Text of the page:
So the key is to learn what a great drift looks like. Know your objective. Is the goal a one seam strike zone ride on a nymph? You can see when that happens by watching the sighter or the indy, so learn it. Is the goal a dead drift on a dry? (That one is the easiest to see.) Or is it a jig-strip presentation with a medium sized sculpin? Once you hit it and maybe repeat it a time or two, then move on.

Because you already fished that.

Fish hard, friends.

 

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Enjoy the day.
Domenick Swentosky
T R O U T B I T T E N
domenick@troutbitten.com

 

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Domenick Swentosky

Central Pennsylvania

Hi. I’m a father of two young boys, a husband, author, fly fishing guide and a musician. I fish for wild brown trout in the cool limestone waters of Central Pennsylvania year round. This is my home, and I love it. Friends. Family. And the river.

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17 Comments

  1. This is a great way to increase your knowledge of flyfishing. All the articles written r full of useful information, beginner or otherwise.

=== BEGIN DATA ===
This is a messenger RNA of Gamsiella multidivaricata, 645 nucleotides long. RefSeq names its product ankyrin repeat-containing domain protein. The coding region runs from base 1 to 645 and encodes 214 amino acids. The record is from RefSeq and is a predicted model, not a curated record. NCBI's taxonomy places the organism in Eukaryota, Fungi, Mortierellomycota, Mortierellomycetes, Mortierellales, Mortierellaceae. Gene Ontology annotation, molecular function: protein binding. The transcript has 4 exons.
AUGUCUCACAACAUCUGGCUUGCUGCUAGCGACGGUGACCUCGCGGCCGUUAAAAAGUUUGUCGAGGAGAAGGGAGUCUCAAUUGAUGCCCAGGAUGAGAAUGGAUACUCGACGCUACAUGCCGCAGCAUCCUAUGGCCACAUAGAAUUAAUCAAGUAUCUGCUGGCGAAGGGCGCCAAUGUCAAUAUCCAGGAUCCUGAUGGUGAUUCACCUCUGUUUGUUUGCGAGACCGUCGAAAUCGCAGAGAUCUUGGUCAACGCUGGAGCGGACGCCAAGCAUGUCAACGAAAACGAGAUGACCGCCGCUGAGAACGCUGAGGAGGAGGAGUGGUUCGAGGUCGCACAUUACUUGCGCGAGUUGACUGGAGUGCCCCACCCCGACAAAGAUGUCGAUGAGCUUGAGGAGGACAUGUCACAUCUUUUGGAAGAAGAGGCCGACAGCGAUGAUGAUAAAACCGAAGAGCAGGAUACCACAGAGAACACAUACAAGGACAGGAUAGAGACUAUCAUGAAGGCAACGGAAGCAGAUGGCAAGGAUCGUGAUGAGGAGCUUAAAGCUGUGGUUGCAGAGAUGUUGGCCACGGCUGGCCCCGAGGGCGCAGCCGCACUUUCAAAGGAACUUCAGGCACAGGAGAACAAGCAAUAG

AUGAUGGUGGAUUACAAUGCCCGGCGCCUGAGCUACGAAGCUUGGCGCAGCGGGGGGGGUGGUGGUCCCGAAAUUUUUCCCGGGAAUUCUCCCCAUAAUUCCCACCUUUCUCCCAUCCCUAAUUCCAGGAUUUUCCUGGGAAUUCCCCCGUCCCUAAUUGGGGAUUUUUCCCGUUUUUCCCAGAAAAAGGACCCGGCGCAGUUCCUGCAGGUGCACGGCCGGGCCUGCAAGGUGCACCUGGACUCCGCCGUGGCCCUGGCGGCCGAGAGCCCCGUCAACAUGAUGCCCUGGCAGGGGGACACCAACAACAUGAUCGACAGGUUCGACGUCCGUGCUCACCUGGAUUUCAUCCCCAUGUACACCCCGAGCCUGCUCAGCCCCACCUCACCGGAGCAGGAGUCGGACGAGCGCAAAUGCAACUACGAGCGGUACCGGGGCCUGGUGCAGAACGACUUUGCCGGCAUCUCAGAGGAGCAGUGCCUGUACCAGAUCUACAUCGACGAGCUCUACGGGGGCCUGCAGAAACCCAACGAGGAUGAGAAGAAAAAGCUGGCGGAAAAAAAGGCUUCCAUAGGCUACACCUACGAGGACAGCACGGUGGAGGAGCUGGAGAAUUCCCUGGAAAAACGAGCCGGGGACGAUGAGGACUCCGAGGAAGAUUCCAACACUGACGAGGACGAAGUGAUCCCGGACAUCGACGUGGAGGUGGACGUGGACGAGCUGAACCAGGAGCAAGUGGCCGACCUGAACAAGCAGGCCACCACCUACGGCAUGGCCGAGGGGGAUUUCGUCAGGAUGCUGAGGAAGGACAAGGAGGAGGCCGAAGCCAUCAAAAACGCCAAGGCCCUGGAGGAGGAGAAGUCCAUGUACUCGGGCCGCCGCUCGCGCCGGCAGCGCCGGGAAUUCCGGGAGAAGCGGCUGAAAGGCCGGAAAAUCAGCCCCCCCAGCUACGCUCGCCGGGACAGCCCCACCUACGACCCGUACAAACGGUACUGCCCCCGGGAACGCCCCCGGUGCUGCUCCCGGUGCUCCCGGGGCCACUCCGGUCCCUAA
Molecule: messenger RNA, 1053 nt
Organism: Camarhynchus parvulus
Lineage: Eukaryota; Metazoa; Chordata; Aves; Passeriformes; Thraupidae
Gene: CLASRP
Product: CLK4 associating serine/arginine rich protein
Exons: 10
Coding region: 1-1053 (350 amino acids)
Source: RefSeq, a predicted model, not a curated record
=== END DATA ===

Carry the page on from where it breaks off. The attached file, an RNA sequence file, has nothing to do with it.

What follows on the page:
Reply
  2. Great article Dom.

    I remember my day with you last year and early on you had to keep challenging me to look upstream for new opportunities. If fact my best friend, was just teasing me about this last night. He moved to Montana again and I’m trying to teach him your Mono rig system through video.

    Bill was always amazed how long I could fish a spot if I thought there were big fish in it. So much that it became a detriment to me to catching more fish. Like you he would get me to move on to other areas, then I would catch more fish again. Just like you got me moving upstream and starting to find a fish or two in every “spot” on the way. I told him you challenged me to cover the 300 yards of Penns creek last year during the morning, and I did finally get it. The afternoon I hooked twice as many fish and the fish kept increasing in size.